The joint statement of issue refers to "pay in lieu of scheduled vacation time". Such payment, however, seems to me inconsistent with Article 29.05. In my view, an employee cannot give up his vacation period in return for payment; it is not necessary, however, to characterize what happened in this case in those terms. In the instant case, what is required is simply to consider the material circumstances, and to decide whether, while the employees concerned were away from work at this time, they were laid off, or on vacation. If they were in fact laid off (and there is nothing in the material before me to suggest that they should be treated as having been terminated), then the payment of vacation pay was merely a gratuitous payment, having no effect on their right, and indeed requirement, to take a vacation at some later time, and to receive any balance of vacation pay due. If, on the other hand, the employees concerned were in fact on vacation at the material times, then to the extent that these times fall within the periods referred to in Article 29.07, the employees are entitled to the vacation bonus provided for in the article.

It is my view that in the circumstances of this particular case, the employees in question were in fact on vacation at the material times. In some cases, the status of being on vacation may have changed to one of being on layoff once vacation rights were exhausted, but to the extent that these employees were entitled to vacations with pay, they were in fact on vacation at the material times. The mere fact of payment of vacation pay is not determinative of the matter. As noted above such a payment might be made in some cases to employees on layoff. When it is remembered that employees are required to be off during their vacation time and that they are entitled to vacations with pay the idea that an employee might go on vacation at a time when he would otherwise be subject to layoff becomes quite understandable. One of the principal incidents of a layoff (apart from their being no work and thus, in most cases, no pay) is the right of an employer to call the laid-off employees back to work. An employee on vacation is not, generally speaking, subject to any such obligation. It appears to have been the Company’s position in responding to this grievance that the employees were subject to recall pursuant to Article 37. In fact, however, the Company did not require employees to accept recall, even though, in many cases, recall notices were issued. Such notices expressly postponed the employee’s date of reporting for work, because of his vacation. In the particular circumstances of this case, this appears to me to be a decisive consideration.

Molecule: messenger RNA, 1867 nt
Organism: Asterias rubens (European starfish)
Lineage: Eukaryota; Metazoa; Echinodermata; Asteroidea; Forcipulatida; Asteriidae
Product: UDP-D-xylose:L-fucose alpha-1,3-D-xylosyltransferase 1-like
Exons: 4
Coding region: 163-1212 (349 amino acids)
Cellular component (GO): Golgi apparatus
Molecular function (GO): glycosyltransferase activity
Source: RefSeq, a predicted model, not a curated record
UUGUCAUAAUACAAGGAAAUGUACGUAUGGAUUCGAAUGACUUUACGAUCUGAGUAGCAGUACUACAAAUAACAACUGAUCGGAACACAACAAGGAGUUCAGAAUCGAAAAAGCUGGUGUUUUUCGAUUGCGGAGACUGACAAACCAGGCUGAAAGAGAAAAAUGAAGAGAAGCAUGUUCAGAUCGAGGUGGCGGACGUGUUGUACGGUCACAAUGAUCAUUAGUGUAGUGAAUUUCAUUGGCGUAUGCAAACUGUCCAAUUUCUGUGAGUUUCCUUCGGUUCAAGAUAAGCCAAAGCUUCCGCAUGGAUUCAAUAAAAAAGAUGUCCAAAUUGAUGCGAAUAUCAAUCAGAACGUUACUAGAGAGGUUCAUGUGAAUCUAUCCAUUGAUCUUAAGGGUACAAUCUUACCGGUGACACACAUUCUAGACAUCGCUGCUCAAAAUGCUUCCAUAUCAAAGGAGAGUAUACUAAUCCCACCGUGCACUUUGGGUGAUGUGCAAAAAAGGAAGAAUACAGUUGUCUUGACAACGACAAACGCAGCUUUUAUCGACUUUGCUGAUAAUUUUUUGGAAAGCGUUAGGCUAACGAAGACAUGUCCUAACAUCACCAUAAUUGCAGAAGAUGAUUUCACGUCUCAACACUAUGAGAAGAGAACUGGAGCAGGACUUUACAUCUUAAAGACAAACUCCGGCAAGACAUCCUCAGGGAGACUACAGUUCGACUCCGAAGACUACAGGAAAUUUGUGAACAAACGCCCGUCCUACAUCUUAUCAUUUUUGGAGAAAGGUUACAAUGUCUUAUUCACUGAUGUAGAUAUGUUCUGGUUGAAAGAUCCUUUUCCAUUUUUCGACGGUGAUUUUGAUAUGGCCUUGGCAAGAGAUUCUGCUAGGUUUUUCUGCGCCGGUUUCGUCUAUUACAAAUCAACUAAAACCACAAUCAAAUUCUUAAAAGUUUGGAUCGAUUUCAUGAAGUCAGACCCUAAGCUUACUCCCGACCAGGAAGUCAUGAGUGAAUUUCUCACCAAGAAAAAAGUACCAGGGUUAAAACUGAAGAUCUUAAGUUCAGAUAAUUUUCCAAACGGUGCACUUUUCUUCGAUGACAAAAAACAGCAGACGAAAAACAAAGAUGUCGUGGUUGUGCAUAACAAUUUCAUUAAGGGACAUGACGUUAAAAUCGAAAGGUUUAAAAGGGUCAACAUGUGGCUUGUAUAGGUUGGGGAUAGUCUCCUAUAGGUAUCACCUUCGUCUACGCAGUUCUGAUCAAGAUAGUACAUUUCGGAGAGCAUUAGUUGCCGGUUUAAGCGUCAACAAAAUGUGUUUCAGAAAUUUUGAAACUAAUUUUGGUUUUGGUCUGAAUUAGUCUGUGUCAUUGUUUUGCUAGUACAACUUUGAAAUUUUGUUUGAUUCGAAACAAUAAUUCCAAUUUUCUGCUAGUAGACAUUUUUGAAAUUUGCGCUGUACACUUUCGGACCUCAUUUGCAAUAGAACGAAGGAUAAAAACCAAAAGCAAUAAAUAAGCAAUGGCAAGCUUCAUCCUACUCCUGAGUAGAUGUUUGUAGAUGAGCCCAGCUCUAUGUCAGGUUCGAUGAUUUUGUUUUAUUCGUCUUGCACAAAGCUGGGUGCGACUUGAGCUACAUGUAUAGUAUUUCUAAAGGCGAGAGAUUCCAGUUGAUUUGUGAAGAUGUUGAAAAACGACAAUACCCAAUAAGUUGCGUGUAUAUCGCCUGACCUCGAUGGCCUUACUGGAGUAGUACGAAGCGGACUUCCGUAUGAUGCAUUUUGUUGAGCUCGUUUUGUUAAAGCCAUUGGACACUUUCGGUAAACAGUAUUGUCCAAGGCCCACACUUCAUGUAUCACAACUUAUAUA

As the Company stated in one of its replies to the grievance, "The purpose of vacation bonus is to provide additional compensation to employees taking scheduled vacation during the less desirable periods of the year". In this case, while some question may have arisen as to the propriety of the company’s treating the employees as on vacation, no such question need be determined in this case. It may be that the circumstances of some particular cases will require a different conclusion, but for the purposes of a general award it is sufficient to say that the employees who accepted vacation pay and were not required to return to work were on vacation, and entitled to the vacation bonus.

Subject to such variation as may be necessary on the facts of any particular case, the grievance is, for the foregoing reasons, allowed.